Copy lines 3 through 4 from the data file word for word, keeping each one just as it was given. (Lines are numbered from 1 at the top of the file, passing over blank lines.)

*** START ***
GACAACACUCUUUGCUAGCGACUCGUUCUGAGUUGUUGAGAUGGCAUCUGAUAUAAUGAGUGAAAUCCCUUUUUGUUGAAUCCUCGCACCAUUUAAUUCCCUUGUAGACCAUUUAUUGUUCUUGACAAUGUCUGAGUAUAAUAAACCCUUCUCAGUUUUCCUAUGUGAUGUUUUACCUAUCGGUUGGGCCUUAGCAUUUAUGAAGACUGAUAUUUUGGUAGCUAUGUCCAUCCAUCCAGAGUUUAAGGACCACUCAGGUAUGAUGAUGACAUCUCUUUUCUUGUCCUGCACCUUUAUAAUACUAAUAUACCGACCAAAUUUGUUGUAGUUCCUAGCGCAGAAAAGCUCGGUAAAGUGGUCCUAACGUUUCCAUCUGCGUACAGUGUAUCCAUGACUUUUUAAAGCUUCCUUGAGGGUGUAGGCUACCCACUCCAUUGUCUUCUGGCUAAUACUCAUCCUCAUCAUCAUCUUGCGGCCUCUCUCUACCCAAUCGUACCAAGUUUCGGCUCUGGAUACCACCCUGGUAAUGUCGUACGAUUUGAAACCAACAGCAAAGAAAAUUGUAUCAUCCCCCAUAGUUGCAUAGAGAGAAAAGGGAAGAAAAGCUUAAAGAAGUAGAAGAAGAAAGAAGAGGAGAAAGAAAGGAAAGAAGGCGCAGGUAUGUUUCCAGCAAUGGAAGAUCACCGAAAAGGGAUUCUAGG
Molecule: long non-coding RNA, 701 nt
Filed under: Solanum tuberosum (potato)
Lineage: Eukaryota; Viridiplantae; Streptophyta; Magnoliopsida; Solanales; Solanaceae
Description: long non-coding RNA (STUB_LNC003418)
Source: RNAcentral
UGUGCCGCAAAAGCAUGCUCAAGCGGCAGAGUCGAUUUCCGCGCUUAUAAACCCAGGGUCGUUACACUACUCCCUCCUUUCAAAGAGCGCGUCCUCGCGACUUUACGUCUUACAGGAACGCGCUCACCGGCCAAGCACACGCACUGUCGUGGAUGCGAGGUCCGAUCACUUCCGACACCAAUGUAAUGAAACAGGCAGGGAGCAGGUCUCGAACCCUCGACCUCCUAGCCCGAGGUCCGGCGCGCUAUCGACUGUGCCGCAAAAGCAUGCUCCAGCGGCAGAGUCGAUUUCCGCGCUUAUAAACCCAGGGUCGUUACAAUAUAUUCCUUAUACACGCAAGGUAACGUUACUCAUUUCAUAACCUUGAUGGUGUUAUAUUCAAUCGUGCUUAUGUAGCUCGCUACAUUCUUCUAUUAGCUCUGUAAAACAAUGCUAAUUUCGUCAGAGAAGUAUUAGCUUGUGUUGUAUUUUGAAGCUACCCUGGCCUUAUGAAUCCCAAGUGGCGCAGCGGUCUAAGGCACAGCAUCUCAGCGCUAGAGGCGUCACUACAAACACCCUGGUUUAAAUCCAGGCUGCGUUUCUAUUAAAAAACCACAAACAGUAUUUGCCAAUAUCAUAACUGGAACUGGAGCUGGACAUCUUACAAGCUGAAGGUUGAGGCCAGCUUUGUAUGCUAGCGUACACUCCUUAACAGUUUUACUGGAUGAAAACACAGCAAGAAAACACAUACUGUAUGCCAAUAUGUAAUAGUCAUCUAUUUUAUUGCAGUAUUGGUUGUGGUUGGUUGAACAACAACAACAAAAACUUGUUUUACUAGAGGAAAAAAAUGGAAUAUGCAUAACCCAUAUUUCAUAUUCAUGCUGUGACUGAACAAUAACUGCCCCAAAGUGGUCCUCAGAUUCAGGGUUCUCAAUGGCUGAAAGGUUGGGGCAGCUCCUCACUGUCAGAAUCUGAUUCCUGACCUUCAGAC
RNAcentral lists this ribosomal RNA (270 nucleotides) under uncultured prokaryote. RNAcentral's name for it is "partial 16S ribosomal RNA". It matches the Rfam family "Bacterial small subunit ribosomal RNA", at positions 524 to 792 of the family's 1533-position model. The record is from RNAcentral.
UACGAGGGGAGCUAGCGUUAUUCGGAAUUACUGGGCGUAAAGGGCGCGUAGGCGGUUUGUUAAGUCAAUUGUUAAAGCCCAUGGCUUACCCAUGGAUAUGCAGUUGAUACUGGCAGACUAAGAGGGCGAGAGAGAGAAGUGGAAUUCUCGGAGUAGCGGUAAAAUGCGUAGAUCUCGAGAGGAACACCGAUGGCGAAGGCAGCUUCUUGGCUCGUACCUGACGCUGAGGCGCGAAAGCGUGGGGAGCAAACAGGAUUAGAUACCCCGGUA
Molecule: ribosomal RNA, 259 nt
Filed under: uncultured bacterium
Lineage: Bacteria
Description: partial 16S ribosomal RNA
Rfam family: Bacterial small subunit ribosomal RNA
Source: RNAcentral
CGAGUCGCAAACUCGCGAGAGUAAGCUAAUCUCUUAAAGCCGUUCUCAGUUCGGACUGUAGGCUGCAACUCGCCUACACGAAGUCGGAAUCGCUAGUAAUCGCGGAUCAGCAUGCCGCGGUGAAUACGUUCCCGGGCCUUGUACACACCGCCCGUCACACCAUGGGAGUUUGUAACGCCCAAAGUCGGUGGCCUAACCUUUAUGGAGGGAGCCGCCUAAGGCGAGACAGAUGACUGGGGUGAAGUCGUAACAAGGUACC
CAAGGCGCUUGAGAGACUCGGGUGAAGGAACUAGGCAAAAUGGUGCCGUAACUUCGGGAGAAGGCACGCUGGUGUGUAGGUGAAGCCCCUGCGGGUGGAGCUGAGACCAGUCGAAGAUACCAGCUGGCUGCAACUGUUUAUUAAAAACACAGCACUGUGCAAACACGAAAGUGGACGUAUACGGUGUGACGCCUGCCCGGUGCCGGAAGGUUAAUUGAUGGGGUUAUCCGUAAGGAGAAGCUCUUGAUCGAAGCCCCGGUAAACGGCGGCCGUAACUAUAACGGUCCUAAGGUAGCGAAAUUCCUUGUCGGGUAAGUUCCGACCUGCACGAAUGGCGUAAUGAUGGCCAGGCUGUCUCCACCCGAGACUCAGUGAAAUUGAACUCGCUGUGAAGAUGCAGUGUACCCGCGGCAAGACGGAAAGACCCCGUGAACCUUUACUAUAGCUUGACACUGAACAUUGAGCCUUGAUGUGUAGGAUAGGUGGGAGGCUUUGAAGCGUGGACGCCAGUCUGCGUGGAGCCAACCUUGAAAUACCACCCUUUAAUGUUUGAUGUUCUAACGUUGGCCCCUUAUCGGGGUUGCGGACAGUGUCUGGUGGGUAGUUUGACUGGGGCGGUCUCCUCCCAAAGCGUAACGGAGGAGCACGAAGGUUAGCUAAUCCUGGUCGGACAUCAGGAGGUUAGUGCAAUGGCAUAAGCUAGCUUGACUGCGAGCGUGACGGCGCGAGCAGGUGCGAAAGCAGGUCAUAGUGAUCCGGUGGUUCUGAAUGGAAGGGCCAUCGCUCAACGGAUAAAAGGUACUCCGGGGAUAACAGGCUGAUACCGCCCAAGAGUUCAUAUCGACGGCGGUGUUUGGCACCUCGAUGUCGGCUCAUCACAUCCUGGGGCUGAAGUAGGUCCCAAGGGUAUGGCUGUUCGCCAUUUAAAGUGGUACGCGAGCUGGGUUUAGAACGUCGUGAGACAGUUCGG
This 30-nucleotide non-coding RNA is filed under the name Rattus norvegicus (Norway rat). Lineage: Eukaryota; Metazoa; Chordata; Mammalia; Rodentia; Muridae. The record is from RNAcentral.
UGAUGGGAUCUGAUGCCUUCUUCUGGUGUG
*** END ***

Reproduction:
Filed under: Solanum tuberosum (potato)
Lineage: Eukaryota; Viridiplantae; Streptophyta; Magnoliopsida; Solanales; Solanaceae